Saudi-led talks to set oil output for rest of year

Saudi-led talks to set oil output for rest of year as oil-producing countries meet via teleconference call
3 min read
OPEC+ members from oil-producing countries will engage in discussions led by Saudi Arabia about the future of global oil output. It is expected the group will boost output to meet rising demands.
Millions of barrels of crude oil have intentionally been left untapped, a prudent strategy says Stephen Brennock, an analyst at oil broker PVM [Getty]

The OPEC+ group of oil-producing countries will meet on Thursday and - in discussions led by Saudi Arabia - are expected to agree to boost oil output in August to meet demand and limit recent price rises. 

The cost of crude oil has surged back to levels last seen in October 2018, which would normally support arguments in favour of boosting production. 

India, the world's third-largest consumer of crude, has urged OPEC+ to phase out its current regime of cuts and allow prices to fall as inflation pressure threatens to hobble economic recovery. 

OPEC members led by Saudi Arabia are to confer on Thursday via a teleconference scheduled to begin at 11:00 GMT. 

Four hours later they will be joined by 10 allied oil producing countries led by Russia

Since 2016 the alliance has voluntarily reduced oil output to maintain prices, in particular since the coronavirus pandemic struck last year, demolishing global demand for oil. 

Since April 2020, millions of barrels of crude oil have intentionally been left untapped, a prudent strategy that Stephen Brennock, an analyst at PVM, says "has thus far been spot on". 

"It has managed to restore the oil balance without over-tightening the market," he noted. 

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After plummeting in the early stages of the Covid-19 pandemic, oil prices have rebounded to around $75 a barrel for the two leading oil contracts, North Sea Brent and West Texas Intermediate (WTI). 

Oil traders therefore expect OPEC+ to maintain its overall strategy and many look for a modest increase of around 500,000 barrels per day starting in August.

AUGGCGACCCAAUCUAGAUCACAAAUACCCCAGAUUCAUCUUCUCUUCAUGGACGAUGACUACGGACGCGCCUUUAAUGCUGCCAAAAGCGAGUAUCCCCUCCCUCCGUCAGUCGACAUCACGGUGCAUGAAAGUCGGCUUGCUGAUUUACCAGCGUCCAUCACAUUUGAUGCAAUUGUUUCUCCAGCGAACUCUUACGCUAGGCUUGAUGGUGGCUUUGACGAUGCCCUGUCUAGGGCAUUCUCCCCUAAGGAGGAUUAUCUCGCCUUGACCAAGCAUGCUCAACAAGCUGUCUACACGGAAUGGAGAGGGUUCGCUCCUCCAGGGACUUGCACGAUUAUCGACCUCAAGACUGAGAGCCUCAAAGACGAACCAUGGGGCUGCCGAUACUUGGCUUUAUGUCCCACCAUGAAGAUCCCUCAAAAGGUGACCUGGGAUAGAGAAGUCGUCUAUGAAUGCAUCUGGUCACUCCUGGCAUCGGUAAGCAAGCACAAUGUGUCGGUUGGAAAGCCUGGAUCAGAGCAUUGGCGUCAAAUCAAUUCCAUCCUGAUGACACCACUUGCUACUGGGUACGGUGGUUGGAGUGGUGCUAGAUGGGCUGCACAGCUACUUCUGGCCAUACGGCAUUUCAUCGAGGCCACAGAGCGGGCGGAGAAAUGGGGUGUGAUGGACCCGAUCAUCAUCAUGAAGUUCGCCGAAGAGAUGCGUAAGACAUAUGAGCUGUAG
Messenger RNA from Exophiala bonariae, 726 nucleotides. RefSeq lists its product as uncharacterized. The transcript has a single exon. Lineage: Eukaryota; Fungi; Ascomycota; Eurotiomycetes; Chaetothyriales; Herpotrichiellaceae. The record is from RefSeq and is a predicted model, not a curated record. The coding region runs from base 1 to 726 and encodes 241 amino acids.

That would mean getting Russia on board, as Moscow is keen to maintain its market share and would also like to sell more oil to boost its resource-rich economy. 

OPEC+ members are already benefiting from the increase in prices, but if they rise too much, it will encourage competitors to tap sources that are not subject to the alliance's output quotas. 

According to Commerzbank analyst Eugen Weinberg, "there appears to be a lack of agreement between the two leading nations in the alliance, Russia and Saudi Arabia, about whether production should be further increased in August, and if so by how much." 

Even though Russia wants to pump more oil, outbreaks of the coronavirus' Delta variant could put a damper on demand in many parts of the world, including Russia itself. 

On Wednesday, the country posted a record number of Covid-19 related deaths for the second straight day. 

The spread of the highly contagious Delta variant has led to fresh restrictions being imposed in Australia, South Africa and Thailand. 

OPEC secretary general Mohammed Barkindo thus mentioned "lingering uncertainties" hanging over oil markets as he chaired a technical meeting Tuesday in preparation for the summit. 

Since December the OPEC+ countries have met each month to calibrate their strategy as closely as possible to the latest developments. 

They are also tracking political developments concerning Iran, a key OPEC member. 

Tehran is under a US-led embargo that hampers its oil sector as talks try to salvage a 2015 nuclear deal that could see Iran eventually able to export substantially more than it does now.  

That would likely force other major oil producers to adjust their output levels in turn